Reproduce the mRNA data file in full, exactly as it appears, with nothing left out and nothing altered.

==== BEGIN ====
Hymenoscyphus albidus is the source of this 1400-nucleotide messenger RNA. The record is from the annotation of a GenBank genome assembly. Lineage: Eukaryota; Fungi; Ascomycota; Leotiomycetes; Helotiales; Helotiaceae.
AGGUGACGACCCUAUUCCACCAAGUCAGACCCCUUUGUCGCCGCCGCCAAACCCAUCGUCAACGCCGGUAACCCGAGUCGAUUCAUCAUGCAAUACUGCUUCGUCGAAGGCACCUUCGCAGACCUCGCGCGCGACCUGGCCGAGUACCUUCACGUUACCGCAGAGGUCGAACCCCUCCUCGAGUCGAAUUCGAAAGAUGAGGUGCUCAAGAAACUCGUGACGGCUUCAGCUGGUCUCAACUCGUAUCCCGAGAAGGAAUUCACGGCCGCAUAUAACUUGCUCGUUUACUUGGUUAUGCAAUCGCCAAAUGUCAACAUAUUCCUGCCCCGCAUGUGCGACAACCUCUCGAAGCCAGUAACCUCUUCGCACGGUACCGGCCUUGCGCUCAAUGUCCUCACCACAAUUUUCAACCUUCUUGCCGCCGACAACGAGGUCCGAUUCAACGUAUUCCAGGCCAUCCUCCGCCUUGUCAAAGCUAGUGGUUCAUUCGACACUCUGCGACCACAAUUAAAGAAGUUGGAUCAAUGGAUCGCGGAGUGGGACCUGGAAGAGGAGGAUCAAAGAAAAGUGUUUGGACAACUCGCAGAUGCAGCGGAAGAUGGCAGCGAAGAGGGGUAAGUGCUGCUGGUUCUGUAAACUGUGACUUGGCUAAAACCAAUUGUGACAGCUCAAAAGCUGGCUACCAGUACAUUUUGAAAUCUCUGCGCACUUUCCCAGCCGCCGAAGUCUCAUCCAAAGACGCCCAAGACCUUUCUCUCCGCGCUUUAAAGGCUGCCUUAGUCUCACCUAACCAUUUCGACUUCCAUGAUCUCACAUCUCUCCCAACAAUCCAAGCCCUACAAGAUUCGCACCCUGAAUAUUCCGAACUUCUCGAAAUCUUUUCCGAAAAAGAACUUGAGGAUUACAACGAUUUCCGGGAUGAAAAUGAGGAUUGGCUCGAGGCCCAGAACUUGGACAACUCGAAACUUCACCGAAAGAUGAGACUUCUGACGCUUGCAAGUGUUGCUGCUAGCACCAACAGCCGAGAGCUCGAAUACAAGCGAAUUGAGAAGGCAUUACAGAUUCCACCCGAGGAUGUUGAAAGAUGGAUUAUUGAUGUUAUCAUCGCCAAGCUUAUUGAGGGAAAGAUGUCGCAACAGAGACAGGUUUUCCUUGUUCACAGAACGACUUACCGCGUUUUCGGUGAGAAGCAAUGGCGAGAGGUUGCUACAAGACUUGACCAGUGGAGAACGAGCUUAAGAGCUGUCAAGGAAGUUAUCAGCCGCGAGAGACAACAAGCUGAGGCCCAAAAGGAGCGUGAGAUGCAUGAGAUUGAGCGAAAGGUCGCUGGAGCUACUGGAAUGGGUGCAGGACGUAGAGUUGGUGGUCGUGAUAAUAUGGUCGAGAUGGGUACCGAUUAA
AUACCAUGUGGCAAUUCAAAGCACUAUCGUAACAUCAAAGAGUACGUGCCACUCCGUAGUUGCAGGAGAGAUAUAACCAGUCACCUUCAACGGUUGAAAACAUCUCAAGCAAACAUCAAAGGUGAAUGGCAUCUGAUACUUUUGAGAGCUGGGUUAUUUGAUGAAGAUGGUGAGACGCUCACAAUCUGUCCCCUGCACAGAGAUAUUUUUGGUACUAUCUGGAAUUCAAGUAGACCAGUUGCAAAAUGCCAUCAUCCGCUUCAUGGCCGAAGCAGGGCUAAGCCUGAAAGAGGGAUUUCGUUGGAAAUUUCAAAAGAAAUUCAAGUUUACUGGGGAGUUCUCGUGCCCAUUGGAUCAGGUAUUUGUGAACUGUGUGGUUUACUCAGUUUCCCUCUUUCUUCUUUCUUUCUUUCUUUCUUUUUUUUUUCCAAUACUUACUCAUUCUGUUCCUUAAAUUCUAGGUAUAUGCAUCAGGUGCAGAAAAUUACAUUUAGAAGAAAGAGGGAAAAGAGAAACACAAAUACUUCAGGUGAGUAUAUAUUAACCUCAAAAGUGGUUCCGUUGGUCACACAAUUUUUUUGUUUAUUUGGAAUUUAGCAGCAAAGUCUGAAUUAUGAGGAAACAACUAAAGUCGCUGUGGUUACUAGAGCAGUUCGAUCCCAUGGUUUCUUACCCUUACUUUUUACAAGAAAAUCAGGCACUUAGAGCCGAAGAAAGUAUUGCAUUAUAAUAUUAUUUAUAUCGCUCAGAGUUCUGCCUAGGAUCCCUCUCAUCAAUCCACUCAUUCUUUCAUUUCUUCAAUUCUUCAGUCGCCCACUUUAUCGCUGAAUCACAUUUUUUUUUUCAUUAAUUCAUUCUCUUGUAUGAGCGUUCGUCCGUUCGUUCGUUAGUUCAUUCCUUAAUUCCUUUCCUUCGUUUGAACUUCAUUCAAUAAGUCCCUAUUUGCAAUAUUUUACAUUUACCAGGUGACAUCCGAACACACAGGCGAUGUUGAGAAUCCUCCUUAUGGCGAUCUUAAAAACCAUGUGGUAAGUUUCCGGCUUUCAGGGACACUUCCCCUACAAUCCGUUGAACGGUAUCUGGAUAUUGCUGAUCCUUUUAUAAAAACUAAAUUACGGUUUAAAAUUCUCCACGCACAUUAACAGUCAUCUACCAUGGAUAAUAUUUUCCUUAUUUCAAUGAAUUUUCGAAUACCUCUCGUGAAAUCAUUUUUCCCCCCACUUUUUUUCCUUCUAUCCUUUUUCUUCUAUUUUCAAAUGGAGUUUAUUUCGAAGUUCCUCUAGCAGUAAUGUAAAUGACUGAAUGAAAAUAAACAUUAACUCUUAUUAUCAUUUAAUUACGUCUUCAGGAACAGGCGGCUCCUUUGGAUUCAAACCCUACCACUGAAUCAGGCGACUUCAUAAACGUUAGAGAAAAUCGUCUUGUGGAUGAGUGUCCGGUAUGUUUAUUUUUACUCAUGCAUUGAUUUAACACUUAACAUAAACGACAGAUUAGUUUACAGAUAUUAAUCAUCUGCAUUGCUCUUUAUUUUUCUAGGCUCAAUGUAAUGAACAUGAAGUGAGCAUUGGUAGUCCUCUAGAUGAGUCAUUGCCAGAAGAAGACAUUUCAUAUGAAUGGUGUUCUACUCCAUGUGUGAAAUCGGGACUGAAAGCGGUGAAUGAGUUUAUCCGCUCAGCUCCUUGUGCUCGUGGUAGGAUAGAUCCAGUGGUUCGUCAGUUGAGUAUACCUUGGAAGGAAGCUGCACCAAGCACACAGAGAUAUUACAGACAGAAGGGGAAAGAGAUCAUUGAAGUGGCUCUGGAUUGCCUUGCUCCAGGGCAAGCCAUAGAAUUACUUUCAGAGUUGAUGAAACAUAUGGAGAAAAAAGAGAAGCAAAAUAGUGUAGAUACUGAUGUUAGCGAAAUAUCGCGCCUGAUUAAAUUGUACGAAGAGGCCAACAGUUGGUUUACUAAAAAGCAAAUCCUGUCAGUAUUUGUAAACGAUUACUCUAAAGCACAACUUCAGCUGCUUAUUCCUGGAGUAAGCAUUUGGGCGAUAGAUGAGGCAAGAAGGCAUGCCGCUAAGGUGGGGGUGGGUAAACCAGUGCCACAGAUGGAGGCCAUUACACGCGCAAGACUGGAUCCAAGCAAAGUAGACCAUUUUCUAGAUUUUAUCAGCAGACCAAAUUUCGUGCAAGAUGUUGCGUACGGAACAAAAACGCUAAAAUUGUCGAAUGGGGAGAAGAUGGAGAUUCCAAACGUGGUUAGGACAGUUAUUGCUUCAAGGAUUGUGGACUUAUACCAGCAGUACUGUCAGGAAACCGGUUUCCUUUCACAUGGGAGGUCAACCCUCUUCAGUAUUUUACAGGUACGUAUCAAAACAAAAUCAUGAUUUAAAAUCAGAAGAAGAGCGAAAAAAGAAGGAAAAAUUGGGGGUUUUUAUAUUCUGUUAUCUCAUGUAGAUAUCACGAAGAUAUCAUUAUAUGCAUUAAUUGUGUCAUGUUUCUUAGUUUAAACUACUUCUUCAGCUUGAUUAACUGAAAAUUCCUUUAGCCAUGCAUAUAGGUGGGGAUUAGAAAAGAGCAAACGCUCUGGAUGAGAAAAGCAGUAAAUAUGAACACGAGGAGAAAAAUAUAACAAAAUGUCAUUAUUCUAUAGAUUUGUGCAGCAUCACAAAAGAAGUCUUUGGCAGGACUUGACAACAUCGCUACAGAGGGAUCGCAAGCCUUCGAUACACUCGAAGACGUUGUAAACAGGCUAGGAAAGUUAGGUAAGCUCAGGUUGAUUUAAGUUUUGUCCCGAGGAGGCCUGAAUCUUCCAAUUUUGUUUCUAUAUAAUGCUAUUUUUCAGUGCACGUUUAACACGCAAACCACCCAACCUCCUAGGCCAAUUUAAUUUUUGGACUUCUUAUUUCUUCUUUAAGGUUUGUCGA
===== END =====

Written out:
Hymenoscyphus albidus is the source of this 1400-nucleotide messenger RNA. The record is from the annotation of a GenBank genome assembly. Lineage: Eukaryota; Fungi; Ascomycota; Leotiomycetes; Helotiales; Helotiaceae.
AGGUGACGACCCUAUUCCACCAAGUCAGACCCCUUUGUCGCCGCCGCCAAACCCAUCGUCAACGCCGGUAACCCGAGUCGAUUCAUCAUGCAAUACUGCUUCGUCGAAGGCACCUUCGCAGACCUCGCGCGCGACCUGGCCGAGUACCUUCACGUUACCGCAGAGGUCGAACCCCUCCUCGAGUCGAAUUCGAAAGAUGAGGUGCUCAAGAAACUCGUGACGGCUUCAGCUGGUCUCAACUCGUAUCCCGAGAAGGAAUUCACGGCCGCAUAUAACUUGCUCGUUUACUUGGUUAUGCAAUCGCCAAAUGUCAACAUAUUCCUGCCCCGCAUGUGCGACAACCUCUCGAAGCCAGUAACCUCUUCGCACGGUACCGGCCUUGCGCUCAAUGUCCUCACCACAAUUUUCAACCUUCUUGCCGCCGACAACGAGGUCCGAUUCAACGUAUUCCAGGCCAUCCUCCGCCUUGUCAAAGCUAGUGGUUCAUUCGACACUCUGCGACCACAAUUAAAGAAGUUGGAUCAAUGGAUCGCGGAGUGGGACCUGGAAGAGGAGGAUCAAAGAAAAGUGUUUGGACAACUCGCAGAUGCAGCGGAAGAUGGCAGCGAAGAGGGGUAAGUGCUGCUGGUUCUGUAAACUGUGACUUGGCUAAAACCAAUUGUGACAGCUCAAAAGCUGGCUACCAGUACAUUUUGAAAUCUCUGCGCACUUUCCCAGCCGCCGAAGUCUCAUCCAAAGACGCCCAAGACCUUUCUCUCCGCGCUUUAAAGGCUGCCUUAGUCUCACCUAACCAUUUCGACUUCCAUGAUCUCACAUCUCUCCCAACAAUCCAAGCCCUACAAGAUUCGCACCCUGAAUAUUCCGAACUUCUCGAAAUCUUUUCCGAAAAAGAACUUGAGGAUUACAACGAUUUCCGGGAUGAAAAUGAGGAUUGGCUCGAGGCCCAGAACUUGGACAACUCGAAACUUCACCGAAAGAUGAGACUUCUGACGCUUGCAAGUGUUGCUGCUAGCACCAACAGCCGAGAGCUCGAAUACAAGCGAAUUGAGAAGGCAUUACAGAUUCCACCCGAGGAUGUUGAAAGAUGGAUUAUUGAUGUUAUCAUCGCCAAGCUUAUUGAGGGAAAGAUGUCGCAACAGAGACAGGUUUUCCUUGUUCACAGAACGACUUACCGCGUUUUCGGUGAGAAGCAAUGGCGAGAGGUUGCUACAAGACUUGACCAGUGGAGAACGAGCUUAAGAGCUGUCAAGGAAGUUAUCAGCCGCGAGAGACAACAAGCUGAGGCCCAAAAGGAGCGUGAGAUGCAUGAGAUUGAGCGAAAGGUCGCUGGAGCUACUGGAAUGGGUGCAGGACGUAGAGUUGGUGGUCGUGAUAAUAUGGUCGAGAUGGGUACCGAUUAA
AUACCAUGUGGCAAUUCAAAGCACUAUCGUAACAUCAAAGAGUACGUGCCACUCCGUAGUUGCAGGAGAGAUAUAACCAGUCACCUUCAACGGUUGAAAACAUCUCAAGCAAACAUCAAAGGUGAAUGGCAUCUGAUACUUUUGAGAGCUGGGUUAUUUGAUGAAGAUGGUGAGACGCUCACAAUCUGUCCCCUGCACAGAGAUAUUUUUGGUACUAUCUGGAAUUCAAGUAGACCAGUUGCAAAAUGCCAUCAUCCGCUUCAUGGCCGAAGCAGGGCUAAGCCUGAAAGAGGGAUUUCGUUGGAAAUUUCAAAAGAAAUUCAAGUUUACUGGGGAGUUCUCGUGCCCAUUGGAUCAGGUAUUUGUGAACUGUGUGGUUUACUCAGUUUCCCUCUUUCUUCUUUCUUUCUUUCUUUCUUUUUUUUUUCCAAUACUUACUCAUUCUGUUCCUUAAAUUCUAGGUAUAUGCAUCAGGUGCAGAAAAUUACAUUUAGAAGAAAGAGGGAAAAGAGAAACACAAAUACUUCAGGUGAGUAUAUAUUAACCUCAAAAGUGGUUCCGUUGGUCACACAAUUUUUUUGUUUAUUUGGAAUUUAGCAGCAAAGUCUGAAUUAUGAGGAAACAACUAAAGUCGCUGUGGUUACUAGAGCAGUUCGAUCCCAUGGUUUCUUACCCUUACUUUUUACAAGAAAAUCAGGCACUUAGAGCCGAAGAAAGUAUUGCAUUAUAAUAUUAUUUAUAUCGCUCAGAGUUCUGCCUAGGAUCCCUCUCAUCAAUCCACUCAUUCUUUCAUUUCUUCAAUUCUUCAGUCGCCCACUUUAUCGCUGAAUCACAUUUUUUUUUUCAUUAAUUCAUUCUCUUGUAUGAGCGUUCGUCCGUUCGUUCGUUAGUUCAUUCCUUAAUUCCUUUCCUUCGUUUGAACUUCAUUCAAUAAGUCCCUAUUUGCAAUAUUUUACAUUUACCAGGUGACAUCCGAACACACAGGCGAUGUUGAGAAUCCUCCUUAUGGCGAUCUUAAAAACCAUGUGGUAAGUUUCCGGCUUUCAGGGACACUUCCCCUACAAUCCGUUGAACGGUAUCUGGAUAUUGCUGAUCCUUUUAUAAAAACUAAAUUACGGUUUAAAAUUCUCCACGCACAUUAACAGUCAUCUACCAUGGAUAAUAUUUUCCUUAUUUCAAUGAAUUUUCGAAUACCUCUCGUGAAAUCAUUUUUCCCCCCACUUUUUUUCCUUCUAUCCUUUUUCUUCUAUUUUCAAAUGGAGUUUAUUUCGAAGUUCCUCUAGCAGUAAUGUAAAUGACUGAAUGAAAAUAAACAUUAACUCUUAUUAUCAUUUAAUUACGUCUUCAGGAACAGGCGGCUCCUUUGGAUUCAAACCCUACCACUGAAUCAGGCGACUUCAUAAACGUUAGAGAAAAUCGUCUUGUGGAUGAGUGUCCGGUAUGUUUAUUUUUACUCAUGCAUUGAUUUAACACUUAACAUAAACGACAGAUUAGUUUACAGAUAUUAAUCAUCUGCAUUGCUCUUUAUUUUUCUAGGCUCAAUGUAAUGAACAUGAAGUGAGCAUUGGUAGUCCUCUAGAUGAGUCAUUGCCAGAAGAAGACAUUUCAUAUGAAUGGUGUUCUACUCCAUGUGUGAAAUCGGGACUGAAAGCGGUGAAUGAGUUUAUCCGCUCAGCUCCUUGUGCUCGUGGUAGGAUAGAUCCAGUGGUUCGUCAGUUGAGUAUACCUUGGAAGGAAGCUGCACCAAGCACACAGAGAUAUUACAGACAGAAGGGGAAAGAGAUCAUUGAAGUGGCUCUGGAUUGCCUUGCUCCAGGGCAAGCCAUAGAAUUACUUUCAGAGUUGAUGAAACAUAUGGAGAAAAAAGAGAAGCAAAAUAGUGUAGAUACUGAUGUUAGCGAAAUAUCGCGCCUGAUUAAAUUGUACGAAGAGGCCAACAGUUGGUUUACUAAAAAGCAAAUCCUGUCAGUAUUUGUAAACGAUUACUCUAAAGCACAACUUCAGCUGCUUAUUCCUGGAGUAAGCAUUUGGGCGAUAGAUGAGGCAAGAAGGCAUGCCGCUAAGGUGGGGGUGGGUAAACCAGUGCCACAGAUGGAGGCCAUUACACGCGCAAGACUGGAUCCAAGCAAAGUAGACCAUUUUCUAGAUUUUAUCAGCAGACCAAAUUUCGUGCAAGAUGUUGCGUACGGAACAAAAACGCUAAAAUUGUCGAAUGGGGAGAAGAUGGAGAUUCCAAACGUGGUUAGGACAGUUAUUGCUUCAAGGAUUGUGGACUUAUACCAGCAGUACUGUCAGGAAACCGGUUUCCUUUCACAUGGGAGGUCAACCCUCUUCAGUAUUUUACAGGUACGUAUCAAAACAAAAUCAUGAUUUAAAAUCAGAAGAAGAGCGAAAAAAGAAGGAAAAAUUGGGGGUUUUUAUAUUCUGUUAUCUCAUGUAGAUAUCACGAAGAUAUCAUUAUAUGCAUUAAUUGUGUCAUGUUUCUUAGUUUAAACUACUUCUUCAGCUUGAUUAACUGAAAAUUCCUUUAGCCAUGCAUAUAGGUGGGGAUUAGAAAAGAGCAAACGCUCUGGAUGAGAAAAGCAGUAAAUAUGAACACGAGGAGAAAAAUAUAACAAAAUGUCAUUAUUCUAUAGAUUUGUGCAGCAUCACAAAAGAAGUCUUUGGCAGGACUUGACAACAUCGCUACAGAGGGAUCGCAAGCCUUCGAUACACUCGAAGACGUUGUAAACAGGCUAGGAAAGUUAGGUAAGCUCAGGUUGAUUUAAGUUUUGUCCCGAGGAGGCCUGAAUCUUCCAAUUUUGUUUCUAUAUAAUGCUAUUUUUCAGUGCACGUUUAACACGCAAACCACCCAACCUCCUAGGCCAAUUUAAUUUUUGGACUUCUUAUUUCUUCUUUAAGGUUUGUCGA